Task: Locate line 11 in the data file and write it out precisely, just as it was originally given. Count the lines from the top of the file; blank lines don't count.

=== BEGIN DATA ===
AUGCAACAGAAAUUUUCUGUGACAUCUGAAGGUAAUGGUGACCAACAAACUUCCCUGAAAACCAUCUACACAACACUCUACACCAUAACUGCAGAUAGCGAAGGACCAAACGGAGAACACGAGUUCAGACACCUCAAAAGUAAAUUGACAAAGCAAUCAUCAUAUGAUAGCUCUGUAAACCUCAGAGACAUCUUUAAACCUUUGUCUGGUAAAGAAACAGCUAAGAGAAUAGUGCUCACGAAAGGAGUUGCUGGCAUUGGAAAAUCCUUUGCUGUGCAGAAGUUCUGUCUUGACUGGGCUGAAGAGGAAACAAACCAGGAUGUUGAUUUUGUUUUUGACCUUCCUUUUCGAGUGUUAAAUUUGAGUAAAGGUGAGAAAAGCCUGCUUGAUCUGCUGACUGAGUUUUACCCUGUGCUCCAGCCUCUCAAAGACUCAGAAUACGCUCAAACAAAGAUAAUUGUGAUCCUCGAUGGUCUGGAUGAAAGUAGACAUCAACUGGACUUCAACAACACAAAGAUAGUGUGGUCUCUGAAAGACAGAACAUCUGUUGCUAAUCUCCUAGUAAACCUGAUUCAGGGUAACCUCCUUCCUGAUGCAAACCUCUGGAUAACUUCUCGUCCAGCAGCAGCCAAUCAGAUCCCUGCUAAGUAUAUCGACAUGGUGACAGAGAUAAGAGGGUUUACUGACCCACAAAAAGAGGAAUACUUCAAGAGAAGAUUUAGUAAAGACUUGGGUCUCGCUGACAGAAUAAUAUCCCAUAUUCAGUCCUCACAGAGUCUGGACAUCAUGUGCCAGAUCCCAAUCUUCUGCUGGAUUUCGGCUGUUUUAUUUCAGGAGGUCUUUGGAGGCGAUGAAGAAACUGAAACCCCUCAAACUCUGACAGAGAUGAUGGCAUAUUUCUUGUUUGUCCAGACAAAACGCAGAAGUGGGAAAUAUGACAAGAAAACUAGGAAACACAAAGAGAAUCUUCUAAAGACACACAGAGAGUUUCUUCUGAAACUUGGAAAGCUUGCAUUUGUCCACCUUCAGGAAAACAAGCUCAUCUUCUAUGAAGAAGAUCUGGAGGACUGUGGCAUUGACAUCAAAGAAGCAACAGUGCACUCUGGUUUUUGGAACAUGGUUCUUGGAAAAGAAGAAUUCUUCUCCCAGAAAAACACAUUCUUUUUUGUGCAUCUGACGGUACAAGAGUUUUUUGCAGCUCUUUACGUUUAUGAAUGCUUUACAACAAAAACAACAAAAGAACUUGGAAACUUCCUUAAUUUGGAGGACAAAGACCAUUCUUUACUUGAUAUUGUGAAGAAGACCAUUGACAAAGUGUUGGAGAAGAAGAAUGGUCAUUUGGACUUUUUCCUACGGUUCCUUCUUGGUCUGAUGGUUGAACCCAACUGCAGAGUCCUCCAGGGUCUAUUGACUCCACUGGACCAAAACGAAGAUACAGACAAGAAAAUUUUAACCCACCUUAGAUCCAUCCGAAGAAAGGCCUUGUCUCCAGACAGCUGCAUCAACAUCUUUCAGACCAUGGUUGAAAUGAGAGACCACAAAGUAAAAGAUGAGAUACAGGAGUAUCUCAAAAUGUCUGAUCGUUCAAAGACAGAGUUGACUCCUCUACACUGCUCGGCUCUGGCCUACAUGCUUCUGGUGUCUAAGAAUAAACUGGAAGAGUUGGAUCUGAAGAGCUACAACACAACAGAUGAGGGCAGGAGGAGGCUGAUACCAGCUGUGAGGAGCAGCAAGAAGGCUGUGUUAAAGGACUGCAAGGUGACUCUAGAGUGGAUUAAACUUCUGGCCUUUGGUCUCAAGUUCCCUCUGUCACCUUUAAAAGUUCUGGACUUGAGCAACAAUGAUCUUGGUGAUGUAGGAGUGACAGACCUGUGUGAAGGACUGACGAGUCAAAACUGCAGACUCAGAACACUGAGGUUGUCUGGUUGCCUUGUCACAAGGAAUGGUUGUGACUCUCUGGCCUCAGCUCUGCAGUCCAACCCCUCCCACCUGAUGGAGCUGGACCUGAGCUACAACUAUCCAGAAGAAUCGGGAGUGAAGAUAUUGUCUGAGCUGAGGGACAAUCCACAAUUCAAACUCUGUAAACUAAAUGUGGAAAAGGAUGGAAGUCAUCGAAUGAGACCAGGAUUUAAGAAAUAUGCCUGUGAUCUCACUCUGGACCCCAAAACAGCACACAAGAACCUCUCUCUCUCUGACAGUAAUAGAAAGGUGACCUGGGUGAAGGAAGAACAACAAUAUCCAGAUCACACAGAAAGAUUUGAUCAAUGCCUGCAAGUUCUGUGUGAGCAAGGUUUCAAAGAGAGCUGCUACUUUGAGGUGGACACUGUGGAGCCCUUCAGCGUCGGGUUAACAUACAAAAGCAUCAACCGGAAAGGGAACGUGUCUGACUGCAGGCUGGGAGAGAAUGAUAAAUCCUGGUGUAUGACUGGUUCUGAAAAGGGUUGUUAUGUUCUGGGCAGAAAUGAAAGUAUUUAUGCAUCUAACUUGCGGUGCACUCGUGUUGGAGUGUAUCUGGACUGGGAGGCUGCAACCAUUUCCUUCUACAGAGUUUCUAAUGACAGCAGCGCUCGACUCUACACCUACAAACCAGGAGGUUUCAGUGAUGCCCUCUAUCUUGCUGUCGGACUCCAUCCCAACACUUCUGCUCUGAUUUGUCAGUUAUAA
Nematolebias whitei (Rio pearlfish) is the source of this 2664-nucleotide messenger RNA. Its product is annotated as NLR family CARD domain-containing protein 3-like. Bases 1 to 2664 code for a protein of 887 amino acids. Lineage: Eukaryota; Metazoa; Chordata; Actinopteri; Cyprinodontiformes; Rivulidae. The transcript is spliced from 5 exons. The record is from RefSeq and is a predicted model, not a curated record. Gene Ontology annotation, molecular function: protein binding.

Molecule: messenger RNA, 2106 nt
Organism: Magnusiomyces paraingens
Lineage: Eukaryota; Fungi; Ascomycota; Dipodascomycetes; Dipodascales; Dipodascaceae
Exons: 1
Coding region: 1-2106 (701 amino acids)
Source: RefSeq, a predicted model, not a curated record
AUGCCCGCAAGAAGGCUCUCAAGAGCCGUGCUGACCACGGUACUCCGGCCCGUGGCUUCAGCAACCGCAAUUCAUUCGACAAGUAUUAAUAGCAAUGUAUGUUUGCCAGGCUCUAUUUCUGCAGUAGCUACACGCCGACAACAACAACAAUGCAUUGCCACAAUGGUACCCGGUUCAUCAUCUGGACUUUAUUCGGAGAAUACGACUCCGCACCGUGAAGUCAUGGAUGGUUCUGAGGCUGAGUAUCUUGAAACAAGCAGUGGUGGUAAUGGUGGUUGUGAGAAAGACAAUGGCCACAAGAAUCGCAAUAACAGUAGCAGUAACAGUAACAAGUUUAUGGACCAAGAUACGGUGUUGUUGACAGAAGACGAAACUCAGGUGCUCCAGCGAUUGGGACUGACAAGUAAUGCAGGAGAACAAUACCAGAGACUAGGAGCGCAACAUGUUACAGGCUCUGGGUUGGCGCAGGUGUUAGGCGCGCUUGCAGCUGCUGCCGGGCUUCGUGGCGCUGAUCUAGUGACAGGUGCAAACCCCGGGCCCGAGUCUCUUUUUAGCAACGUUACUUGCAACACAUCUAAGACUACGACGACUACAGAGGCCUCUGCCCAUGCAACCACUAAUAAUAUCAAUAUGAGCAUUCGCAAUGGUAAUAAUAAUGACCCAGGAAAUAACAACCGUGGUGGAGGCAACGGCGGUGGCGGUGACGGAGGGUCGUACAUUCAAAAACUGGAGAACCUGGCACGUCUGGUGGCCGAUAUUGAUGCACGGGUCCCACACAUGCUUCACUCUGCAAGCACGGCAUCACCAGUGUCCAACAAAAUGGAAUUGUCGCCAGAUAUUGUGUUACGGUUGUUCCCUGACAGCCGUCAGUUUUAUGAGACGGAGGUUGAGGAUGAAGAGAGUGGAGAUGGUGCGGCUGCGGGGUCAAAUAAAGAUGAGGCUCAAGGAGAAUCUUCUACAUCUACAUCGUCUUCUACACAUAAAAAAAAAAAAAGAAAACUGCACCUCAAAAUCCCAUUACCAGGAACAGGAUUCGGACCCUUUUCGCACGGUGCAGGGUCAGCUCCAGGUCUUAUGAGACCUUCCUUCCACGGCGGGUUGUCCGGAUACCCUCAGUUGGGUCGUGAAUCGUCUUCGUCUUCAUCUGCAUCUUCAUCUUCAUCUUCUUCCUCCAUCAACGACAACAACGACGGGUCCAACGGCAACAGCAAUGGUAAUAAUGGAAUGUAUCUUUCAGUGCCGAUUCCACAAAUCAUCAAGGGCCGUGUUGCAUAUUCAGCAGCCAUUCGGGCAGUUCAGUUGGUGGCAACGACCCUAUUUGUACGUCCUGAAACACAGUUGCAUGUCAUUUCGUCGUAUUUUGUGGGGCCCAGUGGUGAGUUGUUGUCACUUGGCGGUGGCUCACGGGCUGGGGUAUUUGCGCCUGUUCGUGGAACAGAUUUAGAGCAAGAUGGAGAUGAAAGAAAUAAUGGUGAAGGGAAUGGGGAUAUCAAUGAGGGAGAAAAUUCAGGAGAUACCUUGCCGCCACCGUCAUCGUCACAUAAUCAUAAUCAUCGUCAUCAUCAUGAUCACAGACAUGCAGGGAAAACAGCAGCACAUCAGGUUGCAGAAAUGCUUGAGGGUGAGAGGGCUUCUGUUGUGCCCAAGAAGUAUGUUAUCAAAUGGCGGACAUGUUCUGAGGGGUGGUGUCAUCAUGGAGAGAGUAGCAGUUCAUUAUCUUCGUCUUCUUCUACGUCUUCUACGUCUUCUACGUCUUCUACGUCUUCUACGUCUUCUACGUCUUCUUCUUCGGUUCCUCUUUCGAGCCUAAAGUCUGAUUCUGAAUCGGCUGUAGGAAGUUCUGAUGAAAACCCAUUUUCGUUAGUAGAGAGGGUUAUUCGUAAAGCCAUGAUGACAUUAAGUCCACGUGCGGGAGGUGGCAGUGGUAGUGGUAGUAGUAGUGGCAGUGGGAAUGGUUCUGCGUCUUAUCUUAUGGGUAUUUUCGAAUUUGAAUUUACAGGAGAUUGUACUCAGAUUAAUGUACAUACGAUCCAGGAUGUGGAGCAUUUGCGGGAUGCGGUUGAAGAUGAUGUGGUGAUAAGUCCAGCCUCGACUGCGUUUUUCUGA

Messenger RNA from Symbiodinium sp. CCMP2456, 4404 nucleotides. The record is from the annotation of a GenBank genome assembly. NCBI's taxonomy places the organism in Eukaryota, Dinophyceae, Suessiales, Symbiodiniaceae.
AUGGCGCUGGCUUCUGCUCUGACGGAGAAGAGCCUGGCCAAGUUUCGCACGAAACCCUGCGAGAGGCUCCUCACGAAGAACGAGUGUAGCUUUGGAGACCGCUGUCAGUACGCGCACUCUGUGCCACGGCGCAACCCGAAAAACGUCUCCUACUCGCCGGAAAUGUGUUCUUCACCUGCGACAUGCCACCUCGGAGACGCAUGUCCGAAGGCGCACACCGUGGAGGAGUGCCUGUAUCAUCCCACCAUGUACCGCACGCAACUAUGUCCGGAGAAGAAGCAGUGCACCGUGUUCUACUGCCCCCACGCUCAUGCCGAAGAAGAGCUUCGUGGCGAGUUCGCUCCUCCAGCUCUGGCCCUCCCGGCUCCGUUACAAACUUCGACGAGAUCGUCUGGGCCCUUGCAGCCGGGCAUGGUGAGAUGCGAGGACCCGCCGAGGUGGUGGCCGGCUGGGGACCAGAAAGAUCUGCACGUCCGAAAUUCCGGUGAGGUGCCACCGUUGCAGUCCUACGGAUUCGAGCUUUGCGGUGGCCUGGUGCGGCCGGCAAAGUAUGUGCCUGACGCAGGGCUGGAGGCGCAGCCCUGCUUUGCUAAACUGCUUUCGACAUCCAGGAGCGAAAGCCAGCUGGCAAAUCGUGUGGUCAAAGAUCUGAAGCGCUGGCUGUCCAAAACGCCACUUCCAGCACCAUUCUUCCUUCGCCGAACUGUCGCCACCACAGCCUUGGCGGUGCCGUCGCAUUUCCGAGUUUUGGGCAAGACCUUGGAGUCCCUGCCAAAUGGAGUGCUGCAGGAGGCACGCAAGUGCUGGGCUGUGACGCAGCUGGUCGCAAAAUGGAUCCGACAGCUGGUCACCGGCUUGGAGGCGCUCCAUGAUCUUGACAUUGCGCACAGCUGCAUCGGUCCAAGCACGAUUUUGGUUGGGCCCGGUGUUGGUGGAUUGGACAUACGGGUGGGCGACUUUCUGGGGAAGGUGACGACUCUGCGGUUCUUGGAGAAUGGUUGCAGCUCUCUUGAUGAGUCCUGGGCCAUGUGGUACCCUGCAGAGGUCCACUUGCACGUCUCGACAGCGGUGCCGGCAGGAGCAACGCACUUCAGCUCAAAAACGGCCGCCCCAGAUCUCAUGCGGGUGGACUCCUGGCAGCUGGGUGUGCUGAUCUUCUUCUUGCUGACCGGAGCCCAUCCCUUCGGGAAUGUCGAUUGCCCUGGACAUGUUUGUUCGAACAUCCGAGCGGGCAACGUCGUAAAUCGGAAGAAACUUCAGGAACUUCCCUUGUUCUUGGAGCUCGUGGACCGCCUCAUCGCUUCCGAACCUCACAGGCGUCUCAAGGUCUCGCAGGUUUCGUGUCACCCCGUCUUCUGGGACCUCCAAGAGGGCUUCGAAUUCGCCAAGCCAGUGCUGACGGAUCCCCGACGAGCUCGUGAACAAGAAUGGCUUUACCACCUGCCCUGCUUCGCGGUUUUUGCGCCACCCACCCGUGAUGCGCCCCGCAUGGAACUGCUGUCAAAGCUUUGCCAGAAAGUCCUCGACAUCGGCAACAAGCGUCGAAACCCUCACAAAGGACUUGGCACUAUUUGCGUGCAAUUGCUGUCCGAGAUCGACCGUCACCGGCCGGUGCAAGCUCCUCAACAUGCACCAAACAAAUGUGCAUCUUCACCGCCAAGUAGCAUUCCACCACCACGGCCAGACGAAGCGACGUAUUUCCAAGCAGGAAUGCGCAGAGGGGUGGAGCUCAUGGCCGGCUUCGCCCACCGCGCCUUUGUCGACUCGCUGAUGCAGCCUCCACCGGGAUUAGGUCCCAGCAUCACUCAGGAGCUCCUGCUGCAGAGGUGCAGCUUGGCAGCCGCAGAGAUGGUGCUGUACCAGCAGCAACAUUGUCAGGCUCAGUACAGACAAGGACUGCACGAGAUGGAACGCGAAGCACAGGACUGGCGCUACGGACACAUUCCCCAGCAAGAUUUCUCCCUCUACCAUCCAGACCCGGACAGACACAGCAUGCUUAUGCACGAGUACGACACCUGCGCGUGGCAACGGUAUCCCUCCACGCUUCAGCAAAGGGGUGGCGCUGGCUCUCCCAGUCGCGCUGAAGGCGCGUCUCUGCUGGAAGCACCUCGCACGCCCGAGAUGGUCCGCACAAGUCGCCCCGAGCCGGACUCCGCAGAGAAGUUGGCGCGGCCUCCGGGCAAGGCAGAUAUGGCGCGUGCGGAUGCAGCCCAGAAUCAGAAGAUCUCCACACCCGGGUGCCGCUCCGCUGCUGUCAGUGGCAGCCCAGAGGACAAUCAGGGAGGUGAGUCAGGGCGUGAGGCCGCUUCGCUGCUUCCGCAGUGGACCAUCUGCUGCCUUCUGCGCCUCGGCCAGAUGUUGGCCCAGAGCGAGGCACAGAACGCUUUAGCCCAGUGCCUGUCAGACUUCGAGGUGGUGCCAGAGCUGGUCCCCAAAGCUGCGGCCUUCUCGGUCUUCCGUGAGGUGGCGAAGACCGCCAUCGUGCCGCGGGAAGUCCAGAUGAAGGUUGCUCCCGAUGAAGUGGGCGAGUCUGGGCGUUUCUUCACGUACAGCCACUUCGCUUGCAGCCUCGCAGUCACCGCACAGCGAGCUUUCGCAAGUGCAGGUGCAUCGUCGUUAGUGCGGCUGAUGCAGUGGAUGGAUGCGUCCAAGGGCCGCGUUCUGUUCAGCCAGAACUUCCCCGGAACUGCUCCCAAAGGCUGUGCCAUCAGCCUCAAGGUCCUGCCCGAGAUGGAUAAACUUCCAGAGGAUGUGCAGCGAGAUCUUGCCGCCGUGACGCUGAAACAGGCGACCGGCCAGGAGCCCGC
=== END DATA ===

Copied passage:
AUGGCGCUGGCUUCUGCUCUGACGGAGAAGAGCCUGGCCAAGUUUCGCACGAAACCCUGCGAGAGGCUCCUCACGAAGAACGAGUGUAGCUUUGGAGACCGCUGUCAGUACGCGCACUCUGUGCCACGGCGCAACCCGAAAAACGUCUCCUACUCGCCGGAAAUGUGUUCUUCACCUGCGACAUGCCACCUCGGAGACGCAUGUCCGAAGGCGCACACCGUGGAGGAGUGCCUGUAUCAUCCCACCAUGUACCGCACGCAACUAUGUCCGGAGAAGAAGCAGUGCACCGUGUUCUACUGCCCCCACGCUCAUGCCGAAGAAGAGCUUCGUGGCGAGUUCGCUCCUCCAGCUCUGGCCCUCCCGGCUCCGUUACAAACUUCGACGAGAUCGUCUGGGCCCUUGCAGCCGGGCAUGGUGAGAUGCGAGGACCCGCCGAGGUGGUGGCCGGCUGGGGACCAGAAAGAUCUGCACGUCCGAAAUUCCGGUGAGGUGCCACCGUUGCAGUCCUACGGAUUCGAGCUUUGCGGUGGCCUGGUGCGGCCGGCAAAGUAUGUGCCUGACGCAGGGCUGGAGGCGCAGCCCUGCUUUGCUAAACUGCUUUCGACAUCCAGGAGCGAAAGCCAGCUGGCAAAUCGUGUGGUCAAAGAUCUGAAGCGCUGGCUGUCCAAAACGCCACUUCCAGCACCAUUCUUCCUUCGCCGAACUGUCGCCACCACAGCCUUGGCGGUGCCGUCGCAUUUCCGAGUUUUGGGCAAGACCUUGGAGUCCCUGCCAAAUGGAGUGCUGCAGGAGGCACGCAAGUGCUGGGCUGUGACGCAGCUGGUCGCAAAAUGGAUCCGACAGCUGGUCACCGGCUUGGAGGCGCUCCAUGAUCUUGACAUUGCGCACAGCUGCAUCGGUCCAAGCACGAUUUUGGUUGGGCCCGGUGUUGGUGGAUUGGACAUACGGGUGGGCGACUUUCUGGGGAAGGUGACGACUCUGCGGUUCUUGGAGAAUGGUUGCAGCUCUCUUGAUGAGUCCUGGGCCAUGUGGUACCCUGCAGAGGUCCACUUGCACGUCUCGACAGCGGUGCCGGCAGGAGCAACGCACUUCAGCUCAAAAACGGCCGCCCCAGAUCUCAUGCGGGUGGACUCCUGGCAGCUGGGUGUGCUGAUCUUCUUCUUGCUGACCGGAGCCCAUCCCUUCGGGAAUGUCGAUUGCCCUGGACAUGUUUGUUCGAACAUCCGAGCGGGCAACGUCGUAAAUCGGAAGAAACUUCAGGAACUUCCCUUGUUCUUGGAGCUCGUGGACCGCCUCAUCGCUUCCGAACCUCACAGGCGUCUCAAGGUCUCGCAGGUUUCGUGUCACCCCGUCUUCUGGGACCUCCAAGAGGGCUUCGAAUUCGCCAAGCCAGUGCUGACGGAUCCCCGACGAGCUCGUGAACAAGAAUGGCUUUACCACCUGCCCUGCUUCGCGGUUUUUGCGCCACCCACCCGUGAUGCGCCCCGCAUGGAACUGCUGUCAAAGCUUUGCCAGAAAGUCCUCGACAUCGGCAACAAGCGUCGAAACCCUCACAAAGGACUUGGCACUAUUUGCGUGCAAUUGCUGUCCGAGAUCGACCGUCACCGGCCGGUGCAAGCUCCUCAACAUGCACCAAACAAAUGUGCAUCUUCACCGCCAAGUAGCAUUCCACCACCACGGCCAGACGAAGCGACGUAUUUCCAAGCAGGAAUGCGCAGAGGGGUGGAGCUCAUGGCCGGCUUCGCCCACCGCGCCUUUGUCGACUCGCUGAUGCAGCCUCCACCGGGAUUAGGUCCCAGCAUCACUCAGGAGCUCCUGCUGCAGAGGUGCAGCUUGGCAGCCGCAGAGAUGGUGCUGUACCAGCAGCAACAUUGUCAGGCUCAGUACAGACAAGGACUGCACGAGAUGGAACGCGAAGCACAGGACUGGCGCUACGGACACAUUCCCCAGCAAGAUUUCUCCCUCUACCAUCCAGACCCGGACAGACACAGCAUGCUUAUGCACGAGUACGACACCUGCGCGUGGCAACGGUAUCCCUCCACGCUUCAGCAAAGGGGUGGCGCUGGCUCUCCCAGUCGCGCUGAAGGCGCGUCUCUGCUGGAAGCACCUCGCACGCCCGAGAUGGUCCGCACAAGUCGCCCCGAGCCGGACUCCGCAGAGAAGUUGGCGCGGCCUCCGGGCAAGGCAGAUAUGGCGCGUGCGGAUGCAGCCCAGAAUCAGAAGAUCUCCACACCCGGGUGCCGCUCCGCUGCUGUCAGUGGCAGCCCAGAGGACAAUCAGGGAGGUGAGUCAGGGCGUGAGGCCGCUUCGCUGCUUCCGCAGUGGACCAUCUGCUGCCUUCUGCGCCUCGGCCAGAUGUUGGCCCAGAGCGAGGCACAGAACGCUUUAGCCCAGUGCCUGUCAGACUUCGAGGUGGUGCCAGAGCUGGUCCCCAAAGCUGCGGCCUUCUCGGUCUUCCGUGAGGUGGCGAAGACCGCCAUCGUGCCGCGGGAAGUCCAGAUGAAGGUUGCUCCCGAUGAAGUGGGCGAGUCUGGGCGUUUCUUCACGUACAGCCACUUCGCUUGCAGCCUCGCAGUCACCGCACAGCGAGCUUUCGCAAGUGCAGGUGCAUCGUCGUUAGUGCGGCUGAUGCAGUGGAUGGAUGCGUCCAAGGGCCGCGUUCUGUUCAGCCAGAACUUCCCCGGAACUGCUCCCAAAGGCUGUGCCAUCAGCCUCAAGGUCCUGCCCGAGAUGGAUAAACUUCCAGAGGAUGUGCAGCGAGAUCUUGCCGCCGUGACGCUGAAACAGGCGACCGGCCAGGAGCCCGC